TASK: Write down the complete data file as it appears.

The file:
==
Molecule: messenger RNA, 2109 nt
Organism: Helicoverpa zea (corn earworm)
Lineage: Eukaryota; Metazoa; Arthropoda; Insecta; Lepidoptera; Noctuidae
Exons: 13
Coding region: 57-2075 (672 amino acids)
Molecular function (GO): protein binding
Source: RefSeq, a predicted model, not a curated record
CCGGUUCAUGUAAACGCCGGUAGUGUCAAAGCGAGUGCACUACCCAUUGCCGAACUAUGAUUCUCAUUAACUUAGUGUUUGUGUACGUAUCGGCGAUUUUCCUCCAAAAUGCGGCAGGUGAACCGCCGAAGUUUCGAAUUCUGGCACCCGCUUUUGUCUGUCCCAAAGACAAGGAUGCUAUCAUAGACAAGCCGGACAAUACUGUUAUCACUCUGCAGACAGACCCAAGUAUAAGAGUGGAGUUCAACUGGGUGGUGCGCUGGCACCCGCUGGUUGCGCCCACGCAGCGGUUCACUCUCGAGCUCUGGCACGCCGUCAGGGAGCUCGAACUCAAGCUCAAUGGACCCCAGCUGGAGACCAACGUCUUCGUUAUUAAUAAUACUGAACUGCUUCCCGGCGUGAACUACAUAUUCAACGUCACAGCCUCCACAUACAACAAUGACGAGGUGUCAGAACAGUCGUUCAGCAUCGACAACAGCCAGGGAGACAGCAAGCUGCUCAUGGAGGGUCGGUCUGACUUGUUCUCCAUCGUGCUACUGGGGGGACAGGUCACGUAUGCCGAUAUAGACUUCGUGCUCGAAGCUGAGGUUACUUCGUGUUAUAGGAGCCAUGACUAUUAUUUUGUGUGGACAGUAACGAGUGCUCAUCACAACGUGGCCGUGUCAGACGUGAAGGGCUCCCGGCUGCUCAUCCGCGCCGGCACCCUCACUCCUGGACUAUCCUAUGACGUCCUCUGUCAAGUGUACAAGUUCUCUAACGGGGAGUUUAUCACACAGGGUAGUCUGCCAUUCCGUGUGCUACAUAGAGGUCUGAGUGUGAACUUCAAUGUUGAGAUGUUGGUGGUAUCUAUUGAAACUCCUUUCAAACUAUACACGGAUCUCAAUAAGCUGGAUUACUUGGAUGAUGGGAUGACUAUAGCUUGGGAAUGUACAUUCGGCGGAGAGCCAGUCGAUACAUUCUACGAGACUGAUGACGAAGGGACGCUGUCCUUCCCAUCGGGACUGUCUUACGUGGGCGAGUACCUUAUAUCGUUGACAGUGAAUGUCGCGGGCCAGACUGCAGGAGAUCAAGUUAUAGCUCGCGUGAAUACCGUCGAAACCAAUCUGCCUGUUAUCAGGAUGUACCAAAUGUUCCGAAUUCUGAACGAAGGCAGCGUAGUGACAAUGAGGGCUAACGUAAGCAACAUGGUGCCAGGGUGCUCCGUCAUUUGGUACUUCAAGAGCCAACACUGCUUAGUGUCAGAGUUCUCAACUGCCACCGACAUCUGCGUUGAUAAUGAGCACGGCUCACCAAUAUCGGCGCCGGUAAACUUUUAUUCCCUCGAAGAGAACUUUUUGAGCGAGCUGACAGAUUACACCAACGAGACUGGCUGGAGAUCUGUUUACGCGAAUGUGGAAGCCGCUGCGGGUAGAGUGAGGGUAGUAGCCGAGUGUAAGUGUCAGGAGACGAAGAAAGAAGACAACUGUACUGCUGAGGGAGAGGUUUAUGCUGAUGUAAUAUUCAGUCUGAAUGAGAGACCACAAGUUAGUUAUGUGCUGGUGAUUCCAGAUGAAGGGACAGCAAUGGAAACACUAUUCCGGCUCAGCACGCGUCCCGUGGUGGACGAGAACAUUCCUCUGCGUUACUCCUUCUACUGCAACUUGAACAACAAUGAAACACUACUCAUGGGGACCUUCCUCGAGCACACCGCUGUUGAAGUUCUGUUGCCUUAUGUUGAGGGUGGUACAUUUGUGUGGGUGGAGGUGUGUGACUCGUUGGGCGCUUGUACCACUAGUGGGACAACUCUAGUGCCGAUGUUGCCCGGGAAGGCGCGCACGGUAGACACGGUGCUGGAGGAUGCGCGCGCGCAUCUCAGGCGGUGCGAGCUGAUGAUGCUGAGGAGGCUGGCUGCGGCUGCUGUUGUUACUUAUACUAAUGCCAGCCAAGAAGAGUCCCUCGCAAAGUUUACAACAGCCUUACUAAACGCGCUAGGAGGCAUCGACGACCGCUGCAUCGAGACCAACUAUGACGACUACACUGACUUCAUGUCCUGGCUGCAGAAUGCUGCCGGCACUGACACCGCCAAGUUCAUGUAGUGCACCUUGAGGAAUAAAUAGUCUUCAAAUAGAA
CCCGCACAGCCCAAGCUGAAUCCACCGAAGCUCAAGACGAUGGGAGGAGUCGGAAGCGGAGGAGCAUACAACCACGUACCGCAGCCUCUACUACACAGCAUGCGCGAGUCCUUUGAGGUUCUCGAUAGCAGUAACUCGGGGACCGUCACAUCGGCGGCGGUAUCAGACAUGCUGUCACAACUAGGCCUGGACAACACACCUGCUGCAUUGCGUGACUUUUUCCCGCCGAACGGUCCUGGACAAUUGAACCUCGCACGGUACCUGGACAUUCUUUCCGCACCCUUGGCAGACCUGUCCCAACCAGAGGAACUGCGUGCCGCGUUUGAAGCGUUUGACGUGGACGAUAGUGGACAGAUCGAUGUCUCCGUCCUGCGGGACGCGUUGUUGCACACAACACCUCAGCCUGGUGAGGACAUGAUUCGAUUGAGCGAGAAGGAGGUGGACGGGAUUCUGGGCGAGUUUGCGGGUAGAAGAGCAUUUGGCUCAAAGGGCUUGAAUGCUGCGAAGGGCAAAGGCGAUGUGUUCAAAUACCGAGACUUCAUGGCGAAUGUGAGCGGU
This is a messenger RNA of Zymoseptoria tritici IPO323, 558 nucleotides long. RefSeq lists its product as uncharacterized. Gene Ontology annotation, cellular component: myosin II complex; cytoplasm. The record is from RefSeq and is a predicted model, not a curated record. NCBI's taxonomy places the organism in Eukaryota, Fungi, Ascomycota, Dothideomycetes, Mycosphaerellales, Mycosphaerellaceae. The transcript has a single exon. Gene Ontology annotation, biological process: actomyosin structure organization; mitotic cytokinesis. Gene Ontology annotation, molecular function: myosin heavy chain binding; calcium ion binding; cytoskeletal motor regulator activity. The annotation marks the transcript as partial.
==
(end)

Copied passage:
Molecule: messenger RNA, 2109 nt
Organism: Helicoverpa zea (corn earworm)
Lineage: Eukaryota; Metazoa; Arthropoda; Insecta; Lepidoptera; Noctuidae
Exons: 13
Coding region: 57-2075 (672 amino acids)
Molecular function (GO): protein binding
Source: RefSeq, a predicted model, not a curated record
CCGGUUCAUGUAAACGCCGGUAGUGUCAAAGCGAGUGCACUACCCAUUGCCGAACUAUGAUUCUCAUUAACUUAGUGUUUGUGUACGUAUCGGCGAUUUUCCUCCAAAAUGCGGCAGGUGAACCGCCGAAGUUUCGAAUUCUGGCACCCGCUUUUGUCUGUCCCAAAGACAAGGAUGCUAUCAUAGACAAGCCGGACAAUACUGUUAUCACUCUGCAGACAGACCCAAGUAUAAGAGUGGAGUUCAACUGGGUGGUGCGCUGGCACCCGCUGGUUGCGCCCACGCAGCGGUUCACUCUCGAGCUCUGGCACGCCGUCAGGGAGCUCGAACUCAAGCUCAAUGGACCCCAGCUGGAGACCAACGUCUUCGUUAUUAAUAAUACUGAACUGCUUCCCGGCGUGAACUACAUAUUCAACGUCACAGCCUCCACAUACAACAAUGACGAGGUGUCAGAACAGUCGUUCAGCAUCGACAACAGCCAGGGAGACAGCAAGCUGCUCAUGGAGGGUCGGUCUGACUUGUUCUCCAUCGUGCUACUGGGGGGACAGGUCACGUAUGCCGAUAUAGACUUCGUGCUCGAAGCUGAGGUUACUUCGUGUUAUAGGAGCCAUGACUAUUAUUUUGUGUGGACAGUAACGAGUGCUCAUCACAACGUGGCCGUGUCAGACGUGAAGGGCUCCCGGCUGCUCAUCCGCGCCGGCACCCUCACUCCUGGACUAUCCUAUGACGUCCUCUGUCAAGUGUACAAGUUCUCUAACGGGGAGUUUAUCACACAGGGUAGUCUGCCAUUCCGUGUGCUACAUAGAGGUCUGAGUGUGAACUUCAAUGUUGAGAUGUUGGUGGUAUCUAUUGAAACUCCUUUCAAACUAUACACGGAUCUCAAUAAGCUGGAUUACUUGGAUGAUGGGAUGACUAUAGCUUGGGAAUGUACAUUCGGCGGAGAGCCAGUCGAUACAUUCUACGAGACUGAUGACGAAGGGACGCUGUCCUUCCCAUCGGGACUGUCUUACGUGGGCGAGUACCUUAUAUCGUUGACAGUGAAUGUCGCGGGCCAGACUGCAGGAGAUCAAGUUAUAGCUCGCGUGAAUACCGUCGAAACCAAUCUGCCUGUUAUCAGGAUGUACCAAAUGUUCCGAAUUCUGAACGAAGGCAGCGUAGUGACAAUGAGGGCUAACGUAAGCAACAUGGUGCCAGGGUGCUCCGUCAUUUGGUACUUCAAGAGCCAACACUGCUUAGUGUCAGAGUUCUCAACUGCCACCGACAUCUGCGUUGAUAAUGAGCACGGCUCACCAAUAUCGGCGCCGGUAAACUUUUAUUCCCUCGAAGAGAACUUUUUGAGCGAGCUGACAGAUUACACCAACGAGACUGGCUGGAGAUCUGUUUACGCGAAUGUGGAAGCCGCUGCGGGUAGAGUGAGGGUAGUAGCCGAGUGUAAGUGUCAGGAGACGAAGAAAGAAGACAACUGUACUGCUGAGGGAGAGGUUUAUGCUGAUGUAAUAUUCAGUCUGAAUGAGAGACCACAAGUUAGUUAUGUGCUGGUGAUUCCAGAUGAAGGGACAGCAAUGGAAACACUAUUCCGGCUCAGCACGCGUCCCGUGGUGGACGAGAACAUUCCUCUGCGUUACUCCUUCUACUGCAACUUGAACAACAAUGAAACACUACUCAUGGGGACCUUCCUCGAGCACACCGCUGUUGAAGUUCUGUUGCCUUAUGUUGAGGGUGGUACAUUUGUGUGGGUGGAGGUGUGUGACUCGUUGGGCGCUUGUACCACUAGUGGGACAACUCUAGUGCCGAUGUUGCCCGGGAAGGCGCGCACGGUAGACACGGUGCUGGAGGAUGCGCGCGCGCAUCUCAGGCGGUGCGAGCUGAUGAUGCUGAGGAGGCUGGCUGCGGCUGCUGUUGUUACUUAUACUAAUGCCAGCCAAGAAGAGUCCCUCGCAAAGUUUACAACAGCCUUACUAAACGCGCUAGGAGGCAUCGACGACCGCUGCAUCGAGACCAACUAUGACGACUACACUGACUUCAUGUCCUGGCUGCAGAAUGCUGCCGGCACUGACACCGCCAAGUUCAUGUAGUGCACCUUGAGGAAUAAAUAGUCUUCAAAUAGAA
CCCGCACAGCCCAAGCUGAAUCCACCGAAGCUCAAGACGAUGGGAGGAGUCGGAAGCGGAGGAGCAUACAACCACGUACCGCAGCCUCUACUACACAGCAUGCGCGAGUCCUUUGAGGUUCUCGAUAGCAGUAACUCGGGGACCGUCACAUCGGCGGCGGUAUCAGACAUGCUGUCACAACUAGGCCUGGACAACACACCUGCUGCAUUGCGUGACUUUUUCCCGCCGAACGGUCCUGGACAAUUGAACCUCGCACGGUACCUGGACAUUCUUUCCGCACCCUUGGCAGACCUGUCCCAACCAGAGGAACUGCGUGCCGCGUUUGAAGCGUUUGACGUGGACGAUAGUGGACAGAUCGAUGUCUCCGUCCUGCGGGACGCGUUGUUGCACACAACACCUCAGCCUGGUGAGGACAUGAUUCGAUUGAGCGAGAAGGAGGUGGACGGGAUUCUGGGCGAGUUUGCGGGUAGAAGAGCAUUUGGCUCAAAGGGCUUGAAUGCUGCGAAGGGCAAAGGCGAUGUGUUCAAAUACCGAGACUUCAUGGCGAAUGUGAGCGGU
This is a messenger RNA of Zymoseptoria tritici IPO323, 558 nucleotides long. RefSeq lists its product as uncharacterized. Gene Ontology annotation, cellular component: myosin II complex; cytoplasm. The record is from RefSeq and is a predicted model, not a curated record. NCBI's taxonomy places the organism in Eukaryota, Fungi, Ascomycota, Dothideomycetes, Mycosphaerellales, Mycosphaerellaceae. The transcript has a single exon. Gene Ontology annotation, biological process: actomyosin structure organization; mitotic cytokinesis. Gene Ontology annotation, molecular function: myosin heavy chain binding; calcium ion binding; cytoskeletal motor regulator activity. The annotation marks the transcript as partial.